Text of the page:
I want you to consider that it’s important to remember that the pain you feel regarding a loss does not have to be the “New Normal” in your life.
While working with grievers, I often hear them tell me now I must live in my “New Normal”. Translation: I must live with this unbearable pain. I must live with this broken heart. For the rest of my life, I will miss my loved one. I will never feel better.
I do know that some people get stuck in their grief. They either cannot find their way out or they choose to stay with this grief. I remember not wanting the pain to go away when Austin had died. I felt comforted by this pain. I became friends with it. I thought that this pain was the only way I could still feel Austin.
There are grievers who will remain bitter and angry. There are people that will cling to their grief and wear it as a badge of honor. They will forever identify themselves as “grievers”.
Recently, I worked with a woman whose husband had died suddenly, and she was told by a very dear friend that she needs to get accustomed to her broken heart.
She was told that she would never feel better. “Trust me this is your new life”.
However, I reassured her that it does, in fact, get better. There is a key difference between grievers who choose to take action to move beyond this pain and grievers who choose to stay where they are.
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We, the Grief Recovery Specialists, teach grievers that Time does not heal – it is what we do with the time we are given that can help us recover from the pain of our loss.
That is why I recommend Grief Recovery Support Groups, where people gather to share their stories and support each other. Together as a group they take appropriate action to move beyond the pain.
A client recently asked me, “will this pain ever go away?”. I was obliged to answer, “yes, it does” When Austin passed away, I felt that there was a knife was stuck in my heart. After completing my grief recovery action steps, it felt that the knife had been removed from my heart. The pain and the burning caused by the knife were a 100% gone. However, I do and will for the rest of my life miss that crazy, quirky little boy who I so dearly called “Parrain”. Life goes on, and I carry my love for him with me in my heart.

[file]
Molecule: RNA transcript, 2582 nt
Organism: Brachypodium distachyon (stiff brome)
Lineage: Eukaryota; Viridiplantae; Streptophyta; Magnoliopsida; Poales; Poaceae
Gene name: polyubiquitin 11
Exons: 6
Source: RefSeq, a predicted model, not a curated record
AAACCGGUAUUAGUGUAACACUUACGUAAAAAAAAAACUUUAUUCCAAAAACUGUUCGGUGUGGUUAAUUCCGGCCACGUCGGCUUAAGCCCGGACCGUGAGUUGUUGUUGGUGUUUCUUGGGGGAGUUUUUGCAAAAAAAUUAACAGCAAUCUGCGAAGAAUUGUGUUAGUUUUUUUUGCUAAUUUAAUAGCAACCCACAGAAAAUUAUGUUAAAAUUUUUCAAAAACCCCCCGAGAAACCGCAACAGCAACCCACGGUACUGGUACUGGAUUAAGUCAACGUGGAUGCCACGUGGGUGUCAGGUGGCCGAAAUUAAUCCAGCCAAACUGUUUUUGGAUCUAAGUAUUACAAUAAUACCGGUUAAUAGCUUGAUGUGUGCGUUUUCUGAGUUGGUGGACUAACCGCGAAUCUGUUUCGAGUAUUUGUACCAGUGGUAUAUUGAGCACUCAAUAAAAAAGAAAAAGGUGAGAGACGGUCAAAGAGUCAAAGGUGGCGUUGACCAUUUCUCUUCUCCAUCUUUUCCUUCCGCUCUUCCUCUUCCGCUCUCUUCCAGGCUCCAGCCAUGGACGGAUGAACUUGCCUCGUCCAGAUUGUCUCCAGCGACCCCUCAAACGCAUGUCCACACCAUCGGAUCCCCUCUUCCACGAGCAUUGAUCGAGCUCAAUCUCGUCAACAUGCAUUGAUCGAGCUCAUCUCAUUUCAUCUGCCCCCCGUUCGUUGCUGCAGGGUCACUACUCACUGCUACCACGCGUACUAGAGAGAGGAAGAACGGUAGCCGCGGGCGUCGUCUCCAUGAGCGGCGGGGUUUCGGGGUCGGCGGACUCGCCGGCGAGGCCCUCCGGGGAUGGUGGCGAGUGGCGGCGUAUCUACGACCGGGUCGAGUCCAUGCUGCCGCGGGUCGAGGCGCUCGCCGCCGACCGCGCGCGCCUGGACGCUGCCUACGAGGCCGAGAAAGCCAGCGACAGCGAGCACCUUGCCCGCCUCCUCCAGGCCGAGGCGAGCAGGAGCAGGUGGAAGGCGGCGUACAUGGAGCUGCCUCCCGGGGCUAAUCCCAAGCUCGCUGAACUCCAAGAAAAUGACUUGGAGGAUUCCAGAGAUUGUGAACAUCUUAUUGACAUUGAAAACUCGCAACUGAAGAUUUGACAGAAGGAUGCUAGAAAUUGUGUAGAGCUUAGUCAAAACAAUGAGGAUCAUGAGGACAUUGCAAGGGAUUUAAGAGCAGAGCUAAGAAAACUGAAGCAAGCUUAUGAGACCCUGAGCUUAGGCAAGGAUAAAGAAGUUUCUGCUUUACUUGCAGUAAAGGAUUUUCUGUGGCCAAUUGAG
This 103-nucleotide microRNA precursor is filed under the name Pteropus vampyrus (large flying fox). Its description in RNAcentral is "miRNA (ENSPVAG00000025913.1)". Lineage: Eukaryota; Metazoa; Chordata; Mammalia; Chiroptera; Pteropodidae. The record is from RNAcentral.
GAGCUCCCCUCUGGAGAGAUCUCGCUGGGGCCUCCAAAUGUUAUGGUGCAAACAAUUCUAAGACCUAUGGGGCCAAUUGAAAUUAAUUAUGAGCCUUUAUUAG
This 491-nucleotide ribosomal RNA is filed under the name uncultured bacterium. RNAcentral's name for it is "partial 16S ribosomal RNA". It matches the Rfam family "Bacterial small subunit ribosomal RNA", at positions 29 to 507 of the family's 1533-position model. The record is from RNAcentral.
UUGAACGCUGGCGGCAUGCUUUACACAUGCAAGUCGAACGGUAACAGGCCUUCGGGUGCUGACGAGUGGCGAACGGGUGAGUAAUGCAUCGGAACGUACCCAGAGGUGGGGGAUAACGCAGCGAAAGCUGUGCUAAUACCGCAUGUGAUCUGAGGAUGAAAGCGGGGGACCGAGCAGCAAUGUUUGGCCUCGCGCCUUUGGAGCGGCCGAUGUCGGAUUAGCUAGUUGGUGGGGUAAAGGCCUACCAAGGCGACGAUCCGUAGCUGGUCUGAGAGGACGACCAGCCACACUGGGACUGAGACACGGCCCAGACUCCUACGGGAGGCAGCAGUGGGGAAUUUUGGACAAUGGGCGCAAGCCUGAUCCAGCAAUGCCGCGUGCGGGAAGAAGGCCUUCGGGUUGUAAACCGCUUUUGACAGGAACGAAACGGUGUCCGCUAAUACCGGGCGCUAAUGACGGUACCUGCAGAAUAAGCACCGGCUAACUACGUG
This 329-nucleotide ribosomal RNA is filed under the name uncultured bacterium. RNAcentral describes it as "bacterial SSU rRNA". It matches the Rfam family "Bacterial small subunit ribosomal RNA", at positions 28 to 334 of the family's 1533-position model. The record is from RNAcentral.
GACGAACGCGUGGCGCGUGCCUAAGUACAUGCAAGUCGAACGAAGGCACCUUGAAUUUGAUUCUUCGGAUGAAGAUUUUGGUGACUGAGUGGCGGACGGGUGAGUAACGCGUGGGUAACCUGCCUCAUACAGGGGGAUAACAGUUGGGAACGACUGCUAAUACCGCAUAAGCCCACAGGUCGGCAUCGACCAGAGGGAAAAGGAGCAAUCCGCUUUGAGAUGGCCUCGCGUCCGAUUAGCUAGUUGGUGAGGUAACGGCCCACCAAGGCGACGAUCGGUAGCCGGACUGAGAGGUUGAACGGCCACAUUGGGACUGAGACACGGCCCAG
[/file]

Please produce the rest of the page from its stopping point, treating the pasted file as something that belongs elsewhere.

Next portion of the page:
What does recovery look like?
Recovery from loss is achieved through a series of small and correct choices made by the griever.
Sadly, most of us have not been provided with the necessary information to make the correct choices in response to a loss.
⦁ Recovery means to feel better.
⦁ Recovery is finding a new meaning of living without the fear of getting hurt again.
⦁ Recovery is being able to enjoy fond memories without them turning painful
⦁ Recovery is acknowledging that it is perfectly alright to feel sad from time to time and to talk about those feelings no matter how others around you react.
⦁ The Grief Recovery Institute
We Grief Recovery Specialist teach steps that you must acquire to help you deal with a loss directly. Recovering from a significant emotional loss is not an easy task. Taking necessary action to recover will require your attention, open mindedness, willingness, and courage to move beyond the pain.
Here is what I know to be true. As a final thought, it is important to remember that the pain you feel regarding a loss does not necessarily have to be the “New Normal” in your life. Although you cannot and should not try to forget the past, you can, however, recover from this loss, and have a fulfilling and joyful life. You do not have to spend the rest of your life waiting to feel better.
The tools that you will need to recover are what I teach in my 8-week educational class at A Time to Grieve.
About Sharon Brubaker
Grief is individual and unique for every person. A person’s relationship to each aspect of their life is also unique. As such, the feelings and thoughts each person will have about the relationship that has been altered by death, divorce, or other reasons requires customized attention using proven skills and understanding.